Both fortunately are available for sending back but it’s still been frustrating to try to get certain printers that due to supplies are really hard to find right now and when you try to go with plan B – which is let’s try renewed/refurb’d – which NORMALLY never let’s me down – it’s not coming through this time.

    Printers. The BANE of our existence. We have been saying that we are going “paperless” in our society and yet we still use paper.

    Bottomline, I’d stay away from refurbished printers for a while as I keep sending them back.

    (and don’t get me started on brands that demand you install their ink)

  • MS-DEFCON 4: July updates make some hot and bothered

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    ISSUE 19.30.1 • 2022-07-26

    By Susan Bradley

    Access bugs ruin a quiet July, but we can still lower MS-DEFCON to 4.

    To any reader of this alert who is sweltering in a heat wave, my sincere condolences. I can slightly relate, as I’m having the normal July heat wave in my neck of the woods.

    The big difference is that my area of the country is used to this weather. Thus I’m inside an air-conditioned home, remotely accessing office workstations and servers to perform the monthly maintenance tasks while some of you are … well … just really hot and really uncomfortable. Fortunately for us, this month’s Windows and Office updates were mostly well behaved.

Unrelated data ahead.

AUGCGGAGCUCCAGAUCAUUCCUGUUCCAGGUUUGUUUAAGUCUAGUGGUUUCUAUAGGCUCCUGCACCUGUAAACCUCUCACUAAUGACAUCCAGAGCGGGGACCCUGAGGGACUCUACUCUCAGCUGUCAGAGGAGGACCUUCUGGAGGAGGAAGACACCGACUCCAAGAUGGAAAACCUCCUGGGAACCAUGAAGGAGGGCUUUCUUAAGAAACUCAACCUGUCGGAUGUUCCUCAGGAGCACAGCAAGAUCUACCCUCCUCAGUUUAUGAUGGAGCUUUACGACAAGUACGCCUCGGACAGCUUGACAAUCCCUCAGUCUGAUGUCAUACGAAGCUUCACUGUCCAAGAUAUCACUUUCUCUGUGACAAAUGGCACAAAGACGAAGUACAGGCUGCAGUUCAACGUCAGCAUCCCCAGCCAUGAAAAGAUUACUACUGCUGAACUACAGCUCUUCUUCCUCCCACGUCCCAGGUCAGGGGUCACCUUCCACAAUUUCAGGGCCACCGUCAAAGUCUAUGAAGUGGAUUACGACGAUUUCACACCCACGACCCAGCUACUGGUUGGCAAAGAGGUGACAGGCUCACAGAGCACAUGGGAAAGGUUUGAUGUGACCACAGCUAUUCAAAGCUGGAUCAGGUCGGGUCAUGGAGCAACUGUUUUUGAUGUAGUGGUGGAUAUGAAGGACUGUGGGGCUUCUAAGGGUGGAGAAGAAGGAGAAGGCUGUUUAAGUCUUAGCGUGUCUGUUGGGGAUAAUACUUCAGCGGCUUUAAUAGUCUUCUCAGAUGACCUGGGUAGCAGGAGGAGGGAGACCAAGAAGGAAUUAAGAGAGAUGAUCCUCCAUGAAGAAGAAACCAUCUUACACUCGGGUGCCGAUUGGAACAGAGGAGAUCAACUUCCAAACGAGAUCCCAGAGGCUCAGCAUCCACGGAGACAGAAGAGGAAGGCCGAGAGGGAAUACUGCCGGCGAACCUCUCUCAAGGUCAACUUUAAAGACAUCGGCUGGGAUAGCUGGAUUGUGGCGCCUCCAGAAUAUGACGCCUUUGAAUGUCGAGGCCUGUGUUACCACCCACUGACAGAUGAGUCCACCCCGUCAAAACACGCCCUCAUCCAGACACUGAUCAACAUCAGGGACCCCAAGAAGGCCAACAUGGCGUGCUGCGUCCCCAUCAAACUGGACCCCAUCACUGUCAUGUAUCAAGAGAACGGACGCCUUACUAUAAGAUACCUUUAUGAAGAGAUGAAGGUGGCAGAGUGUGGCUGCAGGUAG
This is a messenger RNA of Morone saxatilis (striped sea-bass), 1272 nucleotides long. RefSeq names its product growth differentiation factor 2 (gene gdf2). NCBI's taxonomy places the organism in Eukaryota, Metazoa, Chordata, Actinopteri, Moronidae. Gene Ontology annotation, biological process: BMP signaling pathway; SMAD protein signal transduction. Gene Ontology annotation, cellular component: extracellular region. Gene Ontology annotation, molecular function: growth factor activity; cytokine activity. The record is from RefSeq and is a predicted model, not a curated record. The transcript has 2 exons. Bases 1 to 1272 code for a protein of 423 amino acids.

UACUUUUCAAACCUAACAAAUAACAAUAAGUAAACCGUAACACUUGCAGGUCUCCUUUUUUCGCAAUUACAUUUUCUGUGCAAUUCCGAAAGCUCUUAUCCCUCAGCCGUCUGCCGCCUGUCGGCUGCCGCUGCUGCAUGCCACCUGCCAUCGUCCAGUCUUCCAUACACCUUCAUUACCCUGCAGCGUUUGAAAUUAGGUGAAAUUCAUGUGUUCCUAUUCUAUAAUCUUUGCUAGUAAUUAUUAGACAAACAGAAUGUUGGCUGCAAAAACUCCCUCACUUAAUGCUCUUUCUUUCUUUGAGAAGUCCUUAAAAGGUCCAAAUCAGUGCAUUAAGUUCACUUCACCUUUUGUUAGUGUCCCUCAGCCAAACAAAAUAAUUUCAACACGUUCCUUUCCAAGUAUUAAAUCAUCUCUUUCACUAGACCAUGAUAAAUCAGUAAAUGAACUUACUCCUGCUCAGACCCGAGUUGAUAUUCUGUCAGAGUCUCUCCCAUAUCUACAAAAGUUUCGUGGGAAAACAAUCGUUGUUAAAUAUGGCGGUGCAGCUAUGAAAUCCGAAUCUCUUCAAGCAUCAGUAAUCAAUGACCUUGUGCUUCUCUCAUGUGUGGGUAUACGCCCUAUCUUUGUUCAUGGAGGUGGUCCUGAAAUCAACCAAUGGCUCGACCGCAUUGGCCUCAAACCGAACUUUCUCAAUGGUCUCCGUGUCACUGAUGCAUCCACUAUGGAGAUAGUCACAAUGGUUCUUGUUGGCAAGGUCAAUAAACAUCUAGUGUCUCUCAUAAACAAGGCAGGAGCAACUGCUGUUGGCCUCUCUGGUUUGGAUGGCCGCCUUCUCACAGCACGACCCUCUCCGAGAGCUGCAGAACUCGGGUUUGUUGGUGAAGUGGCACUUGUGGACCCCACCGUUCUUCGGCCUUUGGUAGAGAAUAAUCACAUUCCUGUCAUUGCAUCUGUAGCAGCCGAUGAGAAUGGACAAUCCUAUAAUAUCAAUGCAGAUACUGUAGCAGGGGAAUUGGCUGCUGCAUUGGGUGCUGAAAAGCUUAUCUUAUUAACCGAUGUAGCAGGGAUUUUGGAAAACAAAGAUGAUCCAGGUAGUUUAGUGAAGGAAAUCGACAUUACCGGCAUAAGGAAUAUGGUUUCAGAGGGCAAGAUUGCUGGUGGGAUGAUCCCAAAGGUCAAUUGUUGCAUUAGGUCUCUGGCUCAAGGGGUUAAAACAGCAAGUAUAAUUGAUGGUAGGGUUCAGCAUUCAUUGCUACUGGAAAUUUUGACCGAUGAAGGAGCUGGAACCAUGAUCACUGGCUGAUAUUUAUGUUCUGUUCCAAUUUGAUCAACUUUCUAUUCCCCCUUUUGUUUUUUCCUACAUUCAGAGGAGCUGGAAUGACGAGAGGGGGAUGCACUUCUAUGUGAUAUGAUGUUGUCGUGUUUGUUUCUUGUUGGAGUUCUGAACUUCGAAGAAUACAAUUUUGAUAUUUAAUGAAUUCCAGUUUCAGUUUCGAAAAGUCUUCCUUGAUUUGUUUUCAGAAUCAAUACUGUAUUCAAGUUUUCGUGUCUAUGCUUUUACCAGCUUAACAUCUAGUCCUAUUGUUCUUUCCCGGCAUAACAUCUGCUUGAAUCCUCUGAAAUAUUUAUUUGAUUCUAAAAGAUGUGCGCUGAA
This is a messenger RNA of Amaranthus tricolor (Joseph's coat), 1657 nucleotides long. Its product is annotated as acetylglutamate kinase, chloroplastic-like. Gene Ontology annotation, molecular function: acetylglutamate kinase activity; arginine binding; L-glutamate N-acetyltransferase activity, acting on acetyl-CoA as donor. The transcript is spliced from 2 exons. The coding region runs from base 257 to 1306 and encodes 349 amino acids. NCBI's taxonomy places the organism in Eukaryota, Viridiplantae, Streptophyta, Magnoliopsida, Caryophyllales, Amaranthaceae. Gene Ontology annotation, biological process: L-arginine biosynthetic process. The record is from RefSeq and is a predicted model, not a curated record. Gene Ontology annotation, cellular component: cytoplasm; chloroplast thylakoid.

Anyone can read the full MS-DEFCON Alert (19.30.1, 2022-07-25).

  • Solo collaboration: Office’s untold advantage

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    ISSUE 19.30 • 2022-07-25


    Peter Deegan

    By Peter Deegan

    Modern Office app “collaboration” features are hyped by Microsoft for businesspeople to share a document. But all those features — comments, tracking, versioning, and multi-computer access — are available and useful for solo, personal work, too.

    Using the collaboration tools on your own is an easy way to become confident with those features without embarrassing yourself — nobody is looking over your shoulder. The same tools are useful to help you manage a complex document by leaving notes and reminders to yourself. The also help you recall deleted text and access the latest version from wherever you are.

    I’ll focus on Word in this article because it has the most comprehensive collaboration features. The same tips apply generally to Excel, PowerPoint, OneNote, and even a little bit for Outlook.

    Read the full story in our Plus Newsletter (19.30.0, 2022-07-25).
    This story also appears in our public Newsletter.

  • Make semiconductor chips without wasting water? Intel says it can.


    Brian Livingston

    By Brian Livingston